Article Text

Download PDFPDF

News analysis

Statistics from

Request Permissions

If you wish to reuse any or all of this article please use the link below which will take you to the Copyright Clearance Center’s RightsLink service. You will be able to get a quick price and instant permission to reuse the content in many different ways.

All articles written by David Simpson unless otherwise attributed. Ideas and items for News Analysis should be sent to:

World: a display at the 2009 Tax Free World Association World Exhibition in Cannes, France, showing the total of funds to be donated by Imperial Tobacco for victims of floods in Pakistan and India. The company pledged to make a donation for every entry into a draw by those attending the exhibition.

World: disasters are ‘brand aid’ opportunities for tobacco

Philip Morris subsidiary Sampoerna's sponsorship of a rescue camp for evacuees from the slopes of the erupting Mount Merapi in Java highlights how the tragicomedy of tobacco industry corporate social responsibility thrives in disaster-hit regions of the world. Sampoerna is reported to have paid for the camp, its aid workers, who wear red and black uniforms with company logos, and the branded four-wheel drive cars and trucks that are parked on its perimeter.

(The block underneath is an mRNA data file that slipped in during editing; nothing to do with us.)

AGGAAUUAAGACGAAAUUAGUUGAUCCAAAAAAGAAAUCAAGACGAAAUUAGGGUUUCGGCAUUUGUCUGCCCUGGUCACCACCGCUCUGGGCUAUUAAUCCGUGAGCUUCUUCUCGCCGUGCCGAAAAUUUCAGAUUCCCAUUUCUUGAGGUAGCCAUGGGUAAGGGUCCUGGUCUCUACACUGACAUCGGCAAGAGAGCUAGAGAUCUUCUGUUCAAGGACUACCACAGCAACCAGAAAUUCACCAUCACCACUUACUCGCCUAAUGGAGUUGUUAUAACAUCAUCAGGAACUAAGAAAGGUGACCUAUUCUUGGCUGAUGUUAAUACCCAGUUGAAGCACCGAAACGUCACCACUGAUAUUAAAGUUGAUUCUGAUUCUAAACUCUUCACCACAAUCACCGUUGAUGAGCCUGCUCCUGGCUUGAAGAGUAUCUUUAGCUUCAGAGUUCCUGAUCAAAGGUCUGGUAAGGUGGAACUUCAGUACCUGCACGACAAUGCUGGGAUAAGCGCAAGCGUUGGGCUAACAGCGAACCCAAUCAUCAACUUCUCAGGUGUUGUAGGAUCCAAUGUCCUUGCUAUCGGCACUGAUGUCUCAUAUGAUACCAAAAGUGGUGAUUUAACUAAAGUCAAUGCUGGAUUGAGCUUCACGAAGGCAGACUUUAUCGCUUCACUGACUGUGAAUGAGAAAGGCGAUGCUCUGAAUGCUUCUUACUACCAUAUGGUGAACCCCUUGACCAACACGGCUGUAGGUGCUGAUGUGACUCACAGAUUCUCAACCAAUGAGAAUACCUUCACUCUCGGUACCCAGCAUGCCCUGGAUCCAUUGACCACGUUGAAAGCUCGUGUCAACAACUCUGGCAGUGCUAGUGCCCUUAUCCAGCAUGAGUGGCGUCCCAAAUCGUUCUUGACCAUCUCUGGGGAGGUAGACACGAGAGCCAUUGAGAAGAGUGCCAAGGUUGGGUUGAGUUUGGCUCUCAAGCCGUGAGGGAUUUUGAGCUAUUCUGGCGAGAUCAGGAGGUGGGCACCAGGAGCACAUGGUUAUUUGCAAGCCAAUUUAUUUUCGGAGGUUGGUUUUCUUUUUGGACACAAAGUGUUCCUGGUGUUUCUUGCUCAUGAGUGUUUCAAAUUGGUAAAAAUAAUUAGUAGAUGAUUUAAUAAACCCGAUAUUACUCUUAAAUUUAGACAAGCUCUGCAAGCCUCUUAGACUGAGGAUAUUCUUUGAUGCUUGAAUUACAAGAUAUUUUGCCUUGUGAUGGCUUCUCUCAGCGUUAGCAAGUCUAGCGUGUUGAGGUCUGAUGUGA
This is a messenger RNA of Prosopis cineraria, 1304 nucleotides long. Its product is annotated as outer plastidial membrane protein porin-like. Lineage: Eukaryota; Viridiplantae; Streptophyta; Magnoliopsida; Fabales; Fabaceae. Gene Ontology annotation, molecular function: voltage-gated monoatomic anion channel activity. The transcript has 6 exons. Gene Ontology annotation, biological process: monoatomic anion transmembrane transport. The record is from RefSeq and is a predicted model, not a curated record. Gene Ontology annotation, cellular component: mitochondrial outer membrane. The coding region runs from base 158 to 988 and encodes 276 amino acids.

The team is one of several aid efforts organised by large Indonesian corporations in response to Merapi's most violent eruptions for over 80 years. Early reports put the death toll at more than 250 people, with a further 150 000, mainly rural peasant farmers, reported to have been displaced. Aid workers claim that Indonesia's National Disaster Management Agency was unprepared to cope with the large numbers displaced, providing corporate disaster relief teams with an ideal opportunity to augment the government's efforts to house, clothe and feed evacuees.

Representatives of the companies working on the mountain are reported to have said that their efforts are entirely altruistic, and have rejected suggestions that they are blurring the boundaries between aid and marketing. Local residents, however, remain unconvinced and have questioned why the companies can't just use unbranded vehicles and clothes. This is a fitting question in a country where tobacco kills an estimated 200 000 people each year and where …

View Full Text